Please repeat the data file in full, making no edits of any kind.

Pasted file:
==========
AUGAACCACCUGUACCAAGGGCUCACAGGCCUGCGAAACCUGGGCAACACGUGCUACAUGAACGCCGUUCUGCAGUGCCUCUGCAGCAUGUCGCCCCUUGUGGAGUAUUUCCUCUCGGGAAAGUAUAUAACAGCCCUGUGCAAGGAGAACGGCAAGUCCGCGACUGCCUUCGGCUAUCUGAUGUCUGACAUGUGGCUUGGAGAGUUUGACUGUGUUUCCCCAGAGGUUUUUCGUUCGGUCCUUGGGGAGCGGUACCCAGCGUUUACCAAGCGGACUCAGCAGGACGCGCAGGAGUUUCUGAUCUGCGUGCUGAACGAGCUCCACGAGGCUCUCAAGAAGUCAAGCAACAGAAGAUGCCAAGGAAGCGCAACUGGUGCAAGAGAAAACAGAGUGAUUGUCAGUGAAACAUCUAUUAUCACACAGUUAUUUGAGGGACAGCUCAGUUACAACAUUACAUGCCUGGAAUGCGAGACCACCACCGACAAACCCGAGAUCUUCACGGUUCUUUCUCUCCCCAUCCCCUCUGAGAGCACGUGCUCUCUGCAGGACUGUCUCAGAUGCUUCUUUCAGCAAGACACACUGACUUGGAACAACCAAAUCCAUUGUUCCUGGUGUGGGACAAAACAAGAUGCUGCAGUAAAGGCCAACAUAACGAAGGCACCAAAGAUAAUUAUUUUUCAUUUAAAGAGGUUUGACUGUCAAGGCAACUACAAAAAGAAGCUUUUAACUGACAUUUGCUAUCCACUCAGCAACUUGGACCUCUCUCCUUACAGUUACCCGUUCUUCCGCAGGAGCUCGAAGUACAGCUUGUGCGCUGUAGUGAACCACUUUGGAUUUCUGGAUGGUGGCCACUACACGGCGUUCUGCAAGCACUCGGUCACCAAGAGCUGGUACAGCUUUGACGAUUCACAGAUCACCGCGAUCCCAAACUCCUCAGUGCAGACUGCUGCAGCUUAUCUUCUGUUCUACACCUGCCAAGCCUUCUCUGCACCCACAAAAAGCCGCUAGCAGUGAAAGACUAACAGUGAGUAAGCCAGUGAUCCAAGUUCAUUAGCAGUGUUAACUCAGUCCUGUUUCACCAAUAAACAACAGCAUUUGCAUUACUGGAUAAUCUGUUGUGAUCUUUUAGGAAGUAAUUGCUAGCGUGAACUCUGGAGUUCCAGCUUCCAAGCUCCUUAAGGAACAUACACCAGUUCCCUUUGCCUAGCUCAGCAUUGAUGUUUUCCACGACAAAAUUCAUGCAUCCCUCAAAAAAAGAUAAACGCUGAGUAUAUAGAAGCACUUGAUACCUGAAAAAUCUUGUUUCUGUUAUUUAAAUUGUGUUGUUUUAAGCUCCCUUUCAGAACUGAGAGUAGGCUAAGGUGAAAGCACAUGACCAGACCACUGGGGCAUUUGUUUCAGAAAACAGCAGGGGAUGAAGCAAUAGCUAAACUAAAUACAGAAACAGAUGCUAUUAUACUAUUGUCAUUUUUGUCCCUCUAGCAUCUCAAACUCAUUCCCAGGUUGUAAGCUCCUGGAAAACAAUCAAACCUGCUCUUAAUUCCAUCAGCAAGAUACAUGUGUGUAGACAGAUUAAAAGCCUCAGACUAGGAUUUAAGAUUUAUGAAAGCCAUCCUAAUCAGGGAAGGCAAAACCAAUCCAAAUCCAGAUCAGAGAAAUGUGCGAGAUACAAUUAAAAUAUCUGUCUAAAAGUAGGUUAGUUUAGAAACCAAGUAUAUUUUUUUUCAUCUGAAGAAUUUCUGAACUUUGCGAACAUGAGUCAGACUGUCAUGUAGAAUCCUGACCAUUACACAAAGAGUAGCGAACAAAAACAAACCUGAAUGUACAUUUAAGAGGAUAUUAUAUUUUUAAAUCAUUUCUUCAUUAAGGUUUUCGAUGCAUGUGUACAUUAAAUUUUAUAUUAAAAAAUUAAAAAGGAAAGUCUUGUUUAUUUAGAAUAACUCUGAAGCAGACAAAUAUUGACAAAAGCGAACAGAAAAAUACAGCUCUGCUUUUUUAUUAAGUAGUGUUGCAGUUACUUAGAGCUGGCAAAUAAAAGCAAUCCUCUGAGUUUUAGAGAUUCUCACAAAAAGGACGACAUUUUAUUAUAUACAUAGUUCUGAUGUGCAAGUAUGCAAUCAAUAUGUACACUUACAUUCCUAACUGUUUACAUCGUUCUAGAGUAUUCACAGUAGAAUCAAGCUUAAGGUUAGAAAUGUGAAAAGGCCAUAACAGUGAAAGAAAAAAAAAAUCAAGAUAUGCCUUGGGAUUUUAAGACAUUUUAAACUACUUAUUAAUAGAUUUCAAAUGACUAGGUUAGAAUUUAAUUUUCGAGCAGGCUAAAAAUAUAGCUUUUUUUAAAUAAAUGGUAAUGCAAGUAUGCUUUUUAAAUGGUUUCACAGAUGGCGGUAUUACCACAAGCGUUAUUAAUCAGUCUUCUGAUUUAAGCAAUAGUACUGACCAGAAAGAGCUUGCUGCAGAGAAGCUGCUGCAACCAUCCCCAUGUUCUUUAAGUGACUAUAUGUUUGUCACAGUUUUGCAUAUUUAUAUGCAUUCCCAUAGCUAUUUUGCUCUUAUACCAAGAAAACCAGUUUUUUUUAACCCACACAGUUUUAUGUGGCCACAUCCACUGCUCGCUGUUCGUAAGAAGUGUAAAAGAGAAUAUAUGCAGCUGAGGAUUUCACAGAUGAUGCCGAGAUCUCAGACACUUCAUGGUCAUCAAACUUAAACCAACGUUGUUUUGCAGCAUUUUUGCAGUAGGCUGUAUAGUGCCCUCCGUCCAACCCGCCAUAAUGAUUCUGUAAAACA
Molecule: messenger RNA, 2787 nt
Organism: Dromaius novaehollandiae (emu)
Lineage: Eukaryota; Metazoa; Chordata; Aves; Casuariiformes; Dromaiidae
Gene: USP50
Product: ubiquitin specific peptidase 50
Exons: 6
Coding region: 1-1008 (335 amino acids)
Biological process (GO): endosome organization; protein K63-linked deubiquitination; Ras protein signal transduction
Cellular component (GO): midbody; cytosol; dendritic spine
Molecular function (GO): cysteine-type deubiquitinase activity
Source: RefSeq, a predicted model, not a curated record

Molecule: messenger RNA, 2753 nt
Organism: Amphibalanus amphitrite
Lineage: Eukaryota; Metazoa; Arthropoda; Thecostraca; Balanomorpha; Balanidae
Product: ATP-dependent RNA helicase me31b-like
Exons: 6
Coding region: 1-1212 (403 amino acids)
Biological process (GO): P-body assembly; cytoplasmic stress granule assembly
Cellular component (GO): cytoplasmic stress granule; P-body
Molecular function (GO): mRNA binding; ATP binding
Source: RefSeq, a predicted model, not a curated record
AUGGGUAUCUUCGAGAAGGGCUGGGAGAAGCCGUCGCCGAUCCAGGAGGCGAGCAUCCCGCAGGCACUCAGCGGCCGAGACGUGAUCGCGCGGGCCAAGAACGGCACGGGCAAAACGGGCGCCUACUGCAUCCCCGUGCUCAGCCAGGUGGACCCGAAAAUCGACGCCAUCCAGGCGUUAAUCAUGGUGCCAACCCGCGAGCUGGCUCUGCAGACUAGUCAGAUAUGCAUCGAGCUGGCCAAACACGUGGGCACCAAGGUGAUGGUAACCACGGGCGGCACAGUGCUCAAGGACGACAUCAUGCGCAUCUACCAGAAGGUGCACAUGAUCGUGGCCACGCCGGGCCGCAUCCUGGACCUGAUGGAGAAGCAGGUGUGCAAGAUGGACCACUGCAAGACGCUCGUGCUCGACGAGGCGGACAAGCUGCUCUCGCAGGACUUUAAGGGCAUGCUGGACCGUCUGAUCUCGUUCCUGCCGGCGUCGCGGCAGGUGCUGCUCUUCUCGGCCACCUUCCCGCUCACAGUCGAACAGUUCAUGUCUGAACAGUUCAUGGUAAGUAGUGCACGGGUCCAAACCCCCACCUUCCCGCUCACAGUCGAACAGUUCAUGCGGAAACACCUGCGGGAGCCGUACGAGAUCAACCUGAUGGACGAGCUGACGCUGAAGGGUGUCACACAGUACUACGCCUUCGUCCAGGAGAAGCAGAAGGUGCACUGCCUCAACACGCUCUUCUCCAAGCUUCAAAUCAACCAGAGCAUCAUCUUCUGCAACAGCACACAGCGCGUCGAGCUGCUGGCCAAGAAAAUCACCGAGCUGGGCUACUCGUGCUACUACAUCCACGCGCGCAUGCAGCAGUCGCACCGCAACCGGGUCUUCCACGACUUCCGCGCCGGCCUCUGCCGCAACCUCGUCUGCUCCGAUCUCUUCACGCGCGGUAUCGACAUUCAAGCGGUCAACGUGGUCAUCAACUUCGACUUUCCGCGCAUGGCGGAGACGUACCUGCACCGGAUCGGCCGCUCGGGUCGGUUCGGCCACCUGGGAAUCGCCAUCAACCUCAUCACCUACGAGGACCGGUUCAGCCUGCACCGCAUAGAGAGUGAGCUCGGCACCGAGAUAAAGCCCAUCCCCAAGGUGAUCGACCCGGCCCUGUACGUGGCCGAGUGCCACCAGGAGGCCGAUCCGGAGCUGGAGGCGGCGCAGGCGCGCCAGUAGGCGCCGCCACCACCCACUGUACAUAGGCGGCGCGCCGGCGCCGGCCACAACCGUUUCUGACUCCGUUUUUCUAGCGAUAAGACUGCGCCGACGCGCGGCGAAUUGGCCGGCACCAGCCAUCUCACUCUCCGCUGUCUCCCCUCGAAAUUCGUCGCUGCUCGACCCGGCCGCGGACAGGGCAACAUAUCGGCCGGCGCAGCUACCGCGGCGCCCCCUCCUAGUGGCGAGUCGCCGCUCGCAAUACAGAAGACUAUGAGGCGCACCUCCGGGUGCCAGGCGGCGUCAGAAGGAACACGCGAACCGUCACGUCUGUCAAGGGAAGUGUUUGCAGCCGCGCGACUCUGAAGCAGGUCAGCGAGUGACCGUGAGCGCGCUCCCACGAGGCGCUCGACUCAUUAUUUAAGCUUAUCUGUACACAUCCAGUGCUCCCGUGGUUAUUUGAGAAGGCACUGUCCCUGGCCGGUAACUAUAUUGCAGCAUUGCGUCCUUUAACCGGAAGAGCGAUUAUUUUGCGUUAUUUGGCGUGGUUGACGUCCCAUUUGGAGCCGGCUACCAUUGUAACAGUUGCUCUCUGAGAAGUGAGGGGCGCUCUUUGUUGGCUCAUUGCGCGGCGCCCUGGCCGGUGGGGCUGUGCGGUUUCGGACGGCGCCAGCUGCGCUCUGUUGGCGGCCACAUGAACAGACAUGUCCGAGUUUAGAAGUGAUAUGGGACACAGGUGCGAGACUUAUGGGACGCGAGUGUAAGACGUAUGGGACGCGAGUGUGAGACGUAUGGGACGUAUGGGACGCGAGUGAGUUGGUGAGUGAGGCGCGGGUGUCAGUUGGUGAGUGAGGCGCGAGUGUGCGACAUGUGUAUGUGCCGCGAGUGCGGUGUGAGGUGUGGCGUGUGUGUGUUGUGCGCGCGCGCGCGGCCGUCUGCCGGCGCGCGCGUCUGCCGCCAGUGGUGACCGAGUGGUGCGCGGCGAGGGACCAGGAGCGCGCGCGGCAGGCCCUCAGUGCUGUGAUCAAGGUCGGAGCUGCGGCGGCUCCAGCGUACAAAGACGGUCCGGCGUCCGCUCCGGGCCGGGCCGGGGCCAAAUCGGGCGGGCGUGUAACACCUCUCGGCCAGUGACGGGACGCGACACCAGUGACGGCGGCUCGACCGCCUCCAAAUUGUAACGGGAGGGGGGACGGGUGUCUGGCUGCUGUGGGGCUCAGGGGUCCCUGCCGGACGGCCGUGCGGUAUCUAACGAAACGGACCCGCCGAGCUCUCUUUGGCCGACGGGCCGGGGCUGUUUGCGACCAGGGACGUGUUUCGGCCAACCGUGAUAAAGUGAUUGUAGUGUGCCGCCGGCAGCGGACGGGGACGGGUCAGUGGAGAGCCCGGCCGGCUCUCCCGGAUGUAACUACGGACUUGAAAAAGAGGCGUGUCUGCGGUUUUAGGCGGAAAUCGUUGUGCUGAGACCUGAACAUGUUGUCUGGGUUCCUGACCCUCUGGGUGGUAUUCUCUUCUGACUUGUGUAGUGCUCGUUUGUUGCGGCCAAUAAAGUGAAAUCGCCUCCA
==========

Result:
AUGAACCACCUGUACCAAGGGCUCACAGGCCUGCGAAACCUGGGCAACACGUGCUACAUGAACGCCGUUCUGCAGUGCCUCUGCAGCAUGUCGCCCCUUGUGGAGUAUUUCCUCUCGGGAAAGUAUAUAACAGCCCUGUGCAAGGAGAACGGCAAGUCCGCGACUGCCUUCGGCUAUCUGAUGUCUGACAUGUGGCUUGGAGAGUUUGACUGUGUUUCCCCAGAGGUUUUUCGUUCGGUCCUUGGGGAGCGGUACCCAGCGUUUACCAAGCGGACUCAGCAGGACGCGCAGGAGUUUCUGAUCUGCGUGCUGAACGAGCUCCACGAGGCUCUCAAGAAGUCAAGCAACAGAAGAUGCCAAGGAAGCGCAACUGGUGCAAGAGAAAACAGAGUGAUUGUCAGUGAAACAUCUAUUAUCACACAGUUAUUUGAGGGACAGCUCAGUUACAACAUUACAUGCCUGGAAUGCGAGACCACCACCGACAAACCCGAGAUCUUCACGGUUCUUUCUCUCCCCAUCCCCUCUGAGAGCACGUGCUCUCUGCAGGACUGUCUCAGAUGCUUCUUUCAGCAAGACACACUGACUUGGAACAACCAAAUCCAUUGUUCCUGGUGUGGGACAAAACAAGAUGCUGCAGUAAAGGCCAACAUAACGAAGGCACCAAAGAUAAUUAUUUUUCAUUUAAAGAGGUUUGACUGUCAAGGCAACUACAAAAAGAAGCUUUUAACUGACAUUUGCUAUCCACUCAGCAACUUGGACCUCUCUCCUUACAGUUACCCGUUCUUCCGCAGGAGCUCGAAGUACAGCUUGUGCGCUGUAGUGAACCACUUUGGAUUUCUGGAUGGUGGCCACUACACGGCGUUCUGCAAGCACUCGGUCACCAAGAGCUGGUACAGCUUUGACGAUUCACAGAUCACCGCGAUCCCAAACUCCUCAGUGCAGACUGCUGCAGCUUAUCUUCUGUUCUACACCUGCCAAGCCUUCUCUGCACCCACAAAAAGCCGCUAGCAGUGAAAGACUAACAGUGAGUAAGCCAGUGAUCCAAGUUCAUUAGCAGUGUUAACUCAGUCCUGUUUCACCAAUAAACAACAGCAUUUGCAUUACUGGAUAAUCUGUUGUGAUCUUUUAGGAAGUAAUUGCUAGCGUGAACUCUGGAGUUCCAGCUUCCAAGCUCCUUAAGGAACAUACACCAGUUCCCUUUGCCUAGCUCAGCAUUGAUGUUUUCCACGACAAAAUUCAUGCAUCCCUCAAAAAAAGAUAAACGCUGAGUAUAUAGAAGCACUUGAUACCUGAAAAAUCUUGUUUCUGUUAUUUAAAUUGUGUUGUUUUAAGCUCCCUUUCAGAACUGAGAGUAGGCUAAGGUGAAAGCACAUGACCAGACCACUGGGGCAUUUGUUUCAGAAAACAGCAGGGGAUGAAGCAAUAGCUAAACUAAAUACAGAAACAGAUGCUAUUAUACUAUUGUCAUUUUUGUCCCUCUAGCAUCUCAAACUCAUUCCCAGGUUGUAAGCUCCUGGAAAACAAUCAAACCUGCUCUUAAUUCCAUCAGCAAGAUACAUGUGUGUAGACAGAUUAAAAGCCUCAGACUAGGAUUUAAGAUUUAUGAAAGCCAUCCUAAUCAGGGAAGGCAAAACCAAUCCAAAUCCAGAUCAGAGAAAUGUGCGAGAUACAAUUAAAAUAUCUGUCUAAAAGUAGGUUAGUUUAGAAACCAAGUAUAUUUUUUUUCAUCUGAAGAAUUUCUGAACUUUGCGAACAUGAGUCAGACUGUCAUGUAGAAUCCUGACCAUUACACAAAGAGUAGCGAACAAAAACAAACCUGAAUGUACAUUUAAGAGGAUAUUAUAUUUUUAAAUCAUUUCUUCAUUAAGGUUUUCGAUGCAUGUGUACAUUAAAUUUUAUAUUAAAAAAUUAAAAAGGAAAGUCUUGUUUAUUUAGAAUAACUCUGAAGCAGACAAAUAUUGACAAAAGCGAACAGAAAAAUACAGCUCUGCUUUUUUAUUAAGUAGUGUUGCAGUUACUUAGAGCUGGCAAAUAAAAGCAAUCCUCUGAGUUUUAGAGAUUCUCACAAAAAGGACGACAUUUUAUUAUAUACAUAGUUCUGAUGUGCAAGUAUGCAAUCAAUAUGUACACUUACAUUCCUAACUGUUUACAUCGUUCUAGAGUAUUCACAGUAGAAUCAAGCUUAAGGUUAGAAAUGUGAAAAGGCCAUAACAGUGAAAGAAAAAAAAAAUCAAGAUAUGCCUUGGGAUUUUAAGACAUUUUAAACUACUUAUUAAUAGAUUUCAAAUGACUAGGUUAGAAUUUAAUUUUCGAGCAGGCUAAAAAUAUAGCUUUUUUUAAAUAAAUGGUAAUGCAAGUAUGCUUUUUAAAUGGUUUCACAGAUGGCGGUAUUACCACAAGCGUUAUUAAUCAGUCUUCUGAUUUAAGCAAUAGUACUGACCAGAAAGAGCUUGCUGCAGAGAAGCUGCUGCAACCAUCCCCAUGUUCUUUAAGUGACUAUAUGUUUGUCACAGUUUUGCAUAUUUAUAUGCAUUCCCAUAGCUAUUUUGCUCUUAUACCAAGAAAACCAGUUUUUUUUAACCCACACAGUUUUAUGUGGCCACAUCCACUGCUCGCUGUUCGUAAGAAGUGUAAAAGAGAAUAUAUGCAGCUGAGGAUUUCACAGAUGAUGCCGAGAUCUCAGACACUUCAUGGUCAUCAAACUUAAACCAACGUUGUUUUGCAGCAUUUUUGCAGUAGGCUGUAUAGUGCCCUCCGUCCAACCCGCCAUAAUGAUUCUGUAAAACA
Molecule: messenger RNA, 2787 nt
Organism: Dromaius novaehollandiae (emu)
Lineage: Eukaryota; Metazoa; Chordata; Aves; Casuariiformes; Dromaiidae
Gene: USP50
Product: ubiquitin specific peptidase 50
Exons: 6
Coding region: 1-1008 (335 amino acids)
Biological process (GO): endosome organization; protein K63-linked deubiquitination; Ras protein signal transduction
Cellular component (GO): midbody; cytosol; dendritic spine
Molecular function (GO): cysteine-type deubiquitinase activity
Source: RefSeq, a predicted model, not a curated record

Molecule: messenger RNA, 2753 nt
Organism: Amphibalanus amphitrite
Lineage: Eukaryota; Metazoa; Arthropoda; Thecostraca; Balanomorpha; Balanidae
Product: ATP-dependent RNA helicase me31b-like
Exons: 6
Coding region: 1-1212 (403 amino acids)
Biological process (GO): P-body assembly; cytoplasmic stress granule assembly
Cellular component (GO): cytoplasmic stress granule; P-body
Molecular function (GO): mRNA binding; ATP binding
Source: RefSeq, a predicted model, not a curated record
AUGGGUAUCUUCGAGAAGGGCUGGGAGAAGCCGUCGCCGAUCCAGGAGGCGAGCAUCCCGCAGGCACUCAGCGGCCGAGACGUGAUCGCGCGGGCCAAGAACGGCACGGGCAAAACGGGCGCCUACUGCAUCCCCGUGCUCAGCCAGGUGGACCCGAAAAUCGACGCCAUCCAGGCGUUAAUCAUGGUGCCAACCCGCGAGCUGGCUCUGCAGACUAGUCAGAUAUGCAUCGAGCUGGCCAAACACGUGGGCACCAAGGUGAUGGUAACCACGGGCGGCACAGUGCUCAAGGACGACAUCAUGCGCAUCUACCAGAAGGUGCACAUGAUCGUGGCCACGCCGGGCCGCAUCCUGGACCUGAUGGAGAAGCAGGUGUGCAAGAUGGACCACUGCAAGACGCUCGUGCUCGACGAGGCGGACAAGCUGCUCUCGCAGGACUUUAAGGGCAUGCUGGACCGUCUGAUCUCGUUCCUGCCGGCGUCGCGGCAGGUGCUGCUCUUCUCGGCCACCUUCCCGCUCACAGUCGAACAGUUCAUGUCUGAACAGUUCAUGGUAAGUAGUGCACGGGUCCAAACCCCCACCUUCCCGCUCACAGUCGAACAGUUCAUGCGGAAACACCUGCGGGAGCCGUACGAGAUCAACCUGAUGGACGAGCUGACGCUGAAGGGUGUCACACAGUACUACGCCUUCGUCCAGGAGAAGCAGAAGGUGCACUGCCUCAACACGCUCUUCUCCAAGCUUCAAAUCAACCAGAGCAUCAUCUUCUGCAACAGCACACAGCGCGUCGAGCUGCUGGCCAAGAAAAUCACCGAGCUGGGCUACUCGUGCUACUACAUCCACGCGCGCAUGCAGCAGUCGCACCGCAACCGGGUCUUCCACGACUUCCGCGCCGGCCUCUGCCGCAACCUCGUCUGCUCCGAUCUCUUCACGCGCGGUAUCGACAUUCAAGCGGUCAACGUGGUCAUCAACUUCGACUUUCCGCGCAUGGCGGAGACGUACCUGCACCGGAUCGGCCGCUCGGGUCGGUUCGGCCACCUGGGAAUCGCCAUCAACCUCAUCACCUACGAGGACCGGUUCAGCCUGCACCGCAUAGAGAGUGAGCUCGGCACCGAGAUAAAGCCCAUCCCCAAGGUGAUCGACCCGGCCCUGUACGUGGCCGAGUGCCACCAGGAGGCCGAUCCGGAGCUGGAGGCGGCGCAGGCGCGCCAGUAGGCGCCGCCACCACCCACUGUACAUAGGCGGCGCGCCGGCGCCGGCCACAACCGUUUCUGACUCCGUUUUUCUAGCGAUAAGACUGCGCCGACGCGCGGCGAAUUGGCCGGCACCAGCCAUCUCACUCUCCGCUGUCUCCCCUCGAAAUUCGUCGCUGCUCGACCCGGCCGCGGACAGGGCAACAUAUCGGCCGGCGCAGCUACCGCGGCGCCCCCUCCUAGUGGCGAGUCGCCGCUCGCAAUACAGAAGACUAUGAGGCGCACCUCCGGGUGCCAGGCGGCGUCAGAAGGAACACGCGAACCGUCACGUCUGUCAAGGGAAGUGUUUGCAGCCGCGCGACUCUGAAGCAGGUCAGCGAGUGACCGUGAGCGCGCUCCCACGAGGCGCUCGACUCAUUAUUUAAGCUUAUCUGUACACAUCCAGUGCUCCCGUGGUUAUUUGAGAAGGCACUGUCCCUGGCCGGUAACUAUAUUGCAGCAUUGCGUCCUUUAACCGGAAGAGCGAUUAUUUUGCGUUAUUUGGCGUGGUUGACGUCCCAUUUGGAGCCGGCUACCAUUGUAACAGUUGCUCUCUGAGAAGUGAGGGGCGCUCUUUGUUGGCUCAUUGCGCGGCGCCCUGGCCGGUGGGGCUGUGCGGUUUCGGACGGCGCCAGCUGCGCUCUGUUGGCGGCCACAUGAACAGACAUGUCCGAGUUUAGAAGUGAUAUGGGACACAGGUGCGAGACUUAUGGGACGCGAGUGUAAGACGUAUGGGACGCGAGUGUGAGACGUAUGGGACGUAUGGGACGCGAGUGAGUUGGUGAGUGAGGCGCGGGUGUCAGUUGGUGAGUGAGGCGCGAGUGUGCGACAUGUGUAUGUGCCGCGAGUGCGGUGUGAGGUGUGGCGUGUGUGUGUUGUGCGCGCGCGCGCGGCCGUCUGCCGGCGCGCGCGUCUGCCGCCAGUGGUGACCGAGUGGUGCGCGGCGAGGGACCAGGAGCGCGCGCGGCAGGCCCUCAGUGCUGUGAUCAAGGUCGGAGCUGCGGCGGCUCCAGCGUACAAAGACGGUCCGGCGUCCGCUCCGGGCCGGGCCGGGGCCAAAUCGGGCGGGCGUGUAACACCUCUCGGCCAGUGACGGGACGCGACACCAGUGACGGCGGCUCGACCGCCUCCAAAUUGUAACGGGAGGGGGGACGGGUGUCUGGCUGCUGUGGGGCUCAGGGGUCCCUGCCGGACGGCCGUGCGGUAUCUAACGAAACGGACCCGCCGAGCUCUCUUUGGCCGACGGGCCGGGGCUGUUUGCGACCAGGGACGUGUUUCGGCCAACCGUGAUAAAGUGAUUGUAGUGUGCCGCCGGCAGCGGACGGGGACGGGUCAGUGGAGAGCCCGGCCGGCUCUCCCGGAUGUAACUACGGACUUGAAAAAGAGGCGUGUCUGCGGUUUUAGGCGGAAAUCGUUGUGCUGAGACCUGAACAUGUUGUCUGGGUUCCUGACCCUCUGGGUGGUAUUCUCUUCUGACUUGUGUAGUGCUCGUUUGUUGCGGCCAAUAAAGUGAAAUCGCCUCCA